Israel shut down beginning on Rosh Hashanah for what is expected to be a three-week closure. However, as many health experts have pointed out, the closure has a lot of flexibility of movement for citizens and is not expected to reduce morbidity very fast.
Coronavirus commissioner Prof. Ronni Gamzu last week said this type of lockdown could be expected to reduce morbidity to around 3,000 patients per day at the end of three weeks. The country could see 800 patients in serious condition within a week, he told Channel 12 on Sunday night.
If Israel has 900 serious cases, then the hospitals may not be able to provide optimal care, Levy told Channel 12 on Tuesday. In places where people are “defiant, we need to step up restrictions,” he said.
Netanyahu said a decision would be made on Tuesday regarding hospitals.

DURING THE first wave of COVID-19 cases, hospitals were asked to cease all nonessential medical services. Many people who required treatment for diseases such as cancer, cardiovascular disease and diabetes did not receive the health services and medicines they needed.
“When diagnoses are not made, treatments start later, and people present [themselves at the hospital] with more severe diseases,” Arnon Afek, deputy director-general of Sheba Medical Center in Tel Hashomer, said in a recent interview. “The result is that patients will be sicker when they come in for care, and [there will be] more deaths.”
Despite the spike in patients, much of the public continues to break Health Ministry regulations. On Monday, N12 visited a neighborhood in Bnei Brak where a Talmud Torah religious school was open despite instructions that the education system remain closed.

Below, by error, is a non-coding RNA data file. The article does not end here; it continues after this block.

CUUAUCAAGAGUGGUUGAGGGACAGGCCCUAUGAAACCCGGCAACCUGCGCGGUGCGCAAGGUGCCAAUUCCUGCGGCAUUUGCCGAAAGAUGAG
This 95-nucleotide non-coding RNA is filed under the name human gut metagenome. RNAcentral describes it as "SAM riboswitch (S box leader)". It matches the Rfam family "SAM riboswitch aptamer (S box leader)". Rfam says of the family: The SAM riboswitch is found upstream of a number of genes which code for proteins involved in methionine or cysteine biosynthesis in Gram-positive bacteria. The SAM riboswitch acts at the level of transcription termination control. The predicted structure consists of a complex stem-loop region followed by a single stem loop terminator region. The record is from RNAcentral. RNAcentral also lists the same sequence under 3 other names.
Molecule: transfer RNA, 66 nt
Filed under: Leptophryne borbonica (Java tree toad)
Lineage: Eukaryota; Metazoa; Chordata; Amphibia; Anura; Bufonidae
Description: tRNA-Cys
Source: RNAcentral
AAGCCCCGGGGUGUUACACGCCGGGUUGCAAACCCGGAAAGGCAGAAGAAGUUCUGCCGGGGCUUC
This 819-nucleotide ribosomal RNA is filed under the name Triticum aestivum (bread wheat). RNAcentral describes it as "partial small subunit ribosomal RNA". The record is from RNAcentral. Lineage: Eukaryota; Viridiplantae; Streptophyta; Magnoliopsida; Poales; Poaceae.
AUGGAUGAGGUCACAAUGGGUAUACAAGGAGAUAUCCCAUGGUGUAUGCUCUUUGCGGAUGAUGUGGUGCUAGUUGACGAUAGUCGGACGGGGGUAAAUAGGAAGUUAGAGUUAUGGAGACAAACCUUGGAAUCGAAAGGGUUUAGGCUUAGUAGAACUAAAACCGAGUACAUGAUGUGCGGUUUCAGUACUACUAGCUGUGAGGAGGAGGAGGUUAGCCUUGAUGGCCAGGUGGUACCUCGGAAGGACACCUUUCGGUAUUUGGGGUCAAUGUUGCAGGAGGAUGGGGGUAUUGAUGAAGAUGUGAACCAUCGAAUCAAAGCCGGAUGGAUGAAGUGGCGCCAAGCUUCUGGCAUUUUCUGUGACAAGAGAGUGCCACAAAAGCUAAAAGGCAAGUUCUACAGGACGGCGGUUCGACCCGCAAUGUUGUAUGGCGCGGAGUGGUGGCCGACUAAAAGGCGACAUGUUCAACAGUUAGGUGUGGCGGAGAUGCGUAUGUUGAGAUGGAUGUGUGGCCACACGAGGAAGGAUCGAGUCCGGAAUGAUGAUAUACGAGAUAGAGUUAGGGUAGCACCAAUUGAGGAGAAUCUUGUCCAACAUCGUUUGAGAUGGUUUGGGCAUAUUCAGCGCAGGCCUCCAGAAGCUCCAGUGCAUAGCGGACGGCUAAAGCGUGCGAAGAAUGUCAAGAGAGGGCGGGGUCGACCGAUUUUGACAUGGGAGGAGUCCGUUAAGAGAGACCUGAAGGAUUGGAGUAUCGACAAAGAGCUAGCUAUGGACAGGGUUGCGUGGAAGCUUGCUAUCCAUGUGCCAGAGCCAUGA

In addition, media reports and social media showed that several businesses across the country opened despite fines of up to NIS 5,000 and against Health Ministry rules.
Gamzu on Monday morning called on the public to stop gathering.
“All the people who gather and look for loopholes – you have to understand, and I really trust the Israelis – this is our test at the moment,” he told KAN Radio. “This does not suit us; this is not [how] our country [acts]. The people need to wake up.”
Gamzu also lashed out at protesters who continue to gather in large groups, many without masks.
“We need to understand that we are in an emergency; this is a war,” he said. “We [may end] this week with 800 critically ill patients, and that requires a change in the behavior of all of us.”
When asked if the demonstrations could be a coronavirus incubator, Gamzu said: “It can be. Any gathering can be contagious; it doesn’t matter what kind of gathering.”
“People from another sector see a demonstration and tell themselves that people can be gathered in a similar way anywhere else in the country… When we take 1,000 people, there is a good chance that there is a corona patient among the demonstrators,” he said.
“We currently need to focus on one goal: reducing morbidity,” he added. “There will be time for demonstrations afterward.”
A fight over demonstrations erupted on Monday in the cabinet meeting between Transportation Minister Miri Regev, Internal Security Minister Amir Ohana and Attorney-General Avichai Mandelblit.
Regev asked why the Israel Police did not enforce Health Ministry regulations and stop protesters from having a Rosh Hashanah meal on Balfour Street outside the Prime Minister’s Residence.
“Did the police suddenly forget how to enforce, or did the attorney-general not permit it?” she asked.
“There is difficulty enforcing capsules at protests,” Mandelblit said.